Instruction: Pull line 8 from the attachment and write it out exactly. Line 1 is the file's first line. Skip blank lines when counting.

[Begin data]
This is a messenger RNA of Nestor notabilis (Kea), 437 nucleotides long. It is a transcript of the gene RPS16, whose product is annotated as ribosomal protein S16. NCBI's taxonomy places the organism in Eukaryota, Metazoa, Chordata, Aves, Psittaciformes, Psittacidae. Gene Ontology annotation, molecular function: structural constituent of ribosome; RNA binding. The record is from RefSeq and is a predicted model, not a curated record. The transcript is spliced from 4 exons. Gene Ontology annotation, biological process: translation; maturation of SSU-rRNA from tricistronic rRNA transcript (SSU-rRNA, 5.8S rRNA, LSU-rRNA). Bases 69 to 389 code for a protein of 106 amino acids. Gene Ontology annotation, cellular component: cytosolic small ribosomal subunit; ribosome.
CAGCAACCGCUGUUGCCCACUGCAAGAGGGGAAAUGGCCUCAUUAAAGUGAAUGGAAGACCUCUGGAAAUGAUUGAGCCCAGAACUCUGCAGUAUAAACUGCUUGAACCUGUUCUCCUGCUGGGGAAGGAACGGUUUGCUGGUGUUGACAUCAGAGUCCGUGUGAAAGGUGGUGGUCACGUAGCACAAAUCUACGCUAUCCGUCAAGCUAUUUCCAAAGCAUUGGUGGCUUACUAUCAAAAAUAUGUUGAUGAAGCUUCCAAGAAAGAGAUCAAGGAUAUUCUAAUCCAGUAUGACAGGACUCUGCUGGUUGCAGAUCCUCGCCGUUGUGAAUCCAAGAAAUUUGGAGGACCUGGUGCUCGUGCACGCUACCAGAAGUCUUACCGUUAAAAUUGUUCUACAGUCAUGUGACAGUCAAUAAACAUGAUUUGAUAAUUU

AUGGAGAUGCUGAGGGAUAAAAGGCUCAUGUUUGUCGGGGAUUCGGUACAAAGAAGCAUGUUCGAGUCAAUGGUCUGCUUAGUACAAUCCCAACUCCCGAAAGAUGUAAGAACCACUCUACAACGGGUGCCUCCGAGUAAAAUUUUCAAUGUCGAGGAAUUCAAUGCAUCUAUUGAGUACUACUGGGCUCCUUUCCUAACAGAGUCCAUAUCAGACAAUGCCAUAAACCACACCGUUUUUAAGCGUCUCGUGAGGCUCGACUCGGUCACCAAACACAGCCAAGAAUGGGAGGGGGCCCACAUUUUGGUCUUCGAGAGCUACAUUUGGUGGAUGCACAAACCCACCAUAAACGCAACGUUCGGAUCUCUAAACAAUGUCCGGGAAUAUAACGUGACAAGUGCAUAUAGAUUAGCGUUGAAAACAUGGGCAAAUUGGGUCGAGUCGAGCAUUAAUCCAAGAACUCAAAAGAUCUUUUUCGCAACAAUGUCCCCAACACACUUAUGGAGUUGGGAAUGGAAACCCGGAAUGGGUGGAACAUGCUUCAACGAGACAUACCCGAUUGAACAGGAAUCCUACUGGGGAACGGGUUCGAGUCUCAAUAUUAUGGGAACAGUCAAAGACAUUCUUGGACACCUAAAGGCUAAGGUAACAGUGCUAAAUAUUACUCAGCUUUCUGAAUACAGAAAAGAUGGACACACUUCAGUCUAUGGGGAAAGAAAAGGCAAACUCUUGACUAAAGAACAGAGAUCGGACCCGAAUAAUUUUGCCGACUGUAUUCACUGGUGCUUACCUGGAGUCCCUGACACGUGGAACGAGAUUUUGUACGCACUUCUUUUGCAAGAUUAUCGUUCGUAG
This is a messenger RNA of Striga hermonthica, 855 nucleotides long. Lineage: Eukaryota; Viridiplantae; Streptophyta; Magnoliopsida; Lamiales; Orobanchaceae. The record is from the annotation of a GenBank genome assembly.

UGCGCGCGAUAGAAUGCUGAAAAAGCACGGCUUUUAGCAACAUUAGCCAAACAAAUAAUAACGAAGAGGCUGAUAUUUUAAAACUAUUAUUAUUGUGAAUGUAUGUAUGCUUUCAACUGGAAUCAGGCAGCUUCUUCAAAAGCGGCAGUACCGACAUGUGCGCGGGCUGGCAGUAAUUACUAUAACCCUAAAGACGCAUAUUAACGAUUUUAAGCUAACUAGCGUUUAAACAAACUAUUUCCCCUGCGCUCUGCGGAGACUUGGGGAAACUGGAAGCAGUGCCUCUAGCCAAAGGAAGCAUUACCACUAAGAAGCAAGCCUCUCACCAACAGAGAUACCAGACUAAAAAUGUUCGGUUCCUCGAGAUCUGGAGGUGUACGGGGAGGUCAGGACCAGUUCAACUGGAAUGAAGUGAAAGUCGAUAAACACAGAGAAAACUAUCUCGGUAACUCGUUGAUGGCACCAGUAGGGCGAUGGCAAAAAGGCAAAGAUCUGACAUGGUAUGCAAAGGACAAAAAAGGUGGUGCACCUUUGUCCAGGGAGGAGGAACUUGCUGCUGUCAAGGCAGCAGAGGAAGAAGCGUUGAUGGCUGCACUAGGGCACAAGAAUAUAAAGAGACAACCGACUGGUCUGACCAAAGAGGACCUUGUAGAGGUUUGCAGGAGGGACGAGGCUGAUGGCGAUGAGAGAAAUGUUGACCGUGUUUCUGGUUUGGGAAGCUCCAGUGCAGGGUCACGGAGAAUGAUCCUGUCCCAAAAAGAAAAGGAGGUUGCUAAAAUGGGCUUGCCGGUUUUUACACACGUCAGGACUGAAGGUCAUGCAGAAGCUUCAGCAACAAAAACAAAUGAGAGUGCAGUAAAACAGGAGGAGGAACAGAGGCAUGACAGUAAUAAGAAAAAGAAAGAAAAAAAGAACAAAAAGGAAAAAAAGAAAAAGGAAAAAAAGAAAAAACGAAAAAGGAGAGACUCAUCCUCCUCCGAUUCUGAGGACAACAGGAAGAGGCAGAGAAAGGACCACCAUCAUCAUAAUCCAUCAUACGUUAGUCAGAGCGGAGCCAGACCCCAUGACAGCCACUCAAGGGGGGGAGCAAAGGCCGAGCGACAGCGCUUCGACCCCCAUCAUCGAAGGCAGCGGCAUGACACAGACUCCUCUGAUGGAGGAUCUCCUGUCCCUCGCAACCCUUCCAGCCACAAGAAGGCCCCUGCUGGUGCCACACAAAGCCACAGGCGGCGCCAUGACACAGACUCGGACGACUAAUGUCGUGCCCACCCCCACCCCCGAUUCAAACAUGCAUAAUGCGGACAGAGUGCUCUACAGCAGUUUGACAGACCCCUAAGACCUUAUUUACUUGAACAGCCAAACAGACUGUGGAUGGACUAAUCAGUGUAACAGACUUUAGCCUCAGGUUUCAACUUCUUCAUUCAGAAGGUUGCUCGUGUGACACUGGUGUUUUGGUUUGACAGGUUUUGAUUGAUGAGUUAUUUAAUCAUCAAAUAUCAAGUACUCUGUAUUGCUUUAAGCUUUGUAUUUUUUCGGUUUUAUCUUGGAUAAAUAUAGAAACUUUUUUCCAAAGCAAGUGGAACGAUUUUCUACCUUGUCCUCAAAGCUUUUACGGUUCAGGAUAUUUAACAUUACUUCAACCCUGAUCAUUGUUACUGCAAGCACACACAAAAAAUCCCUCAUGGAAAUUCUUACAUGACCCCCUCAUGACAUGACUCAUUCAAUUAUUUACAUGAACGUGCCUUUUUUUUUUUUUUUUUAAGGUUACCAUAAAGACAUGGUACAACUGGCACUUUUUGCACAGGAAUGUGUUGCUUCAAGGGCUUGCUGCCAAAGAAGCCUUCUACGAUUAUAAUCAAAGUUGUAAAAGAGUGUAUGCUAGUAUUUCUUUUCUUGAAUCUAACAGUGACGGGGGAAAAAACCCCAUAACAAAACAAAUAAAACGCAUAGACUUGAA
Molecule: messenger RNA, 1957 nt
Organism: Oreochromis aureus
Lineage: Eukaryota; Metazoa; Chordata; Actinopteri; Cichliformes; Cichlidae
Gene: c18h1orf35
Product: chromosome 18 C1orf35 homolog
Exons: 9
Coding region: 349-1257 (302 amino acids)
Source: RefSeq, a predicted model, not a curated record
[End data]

Lineage: Eukaryota; Metazoa; Chordata; Actinopteri; Cichliformes; Cichlidae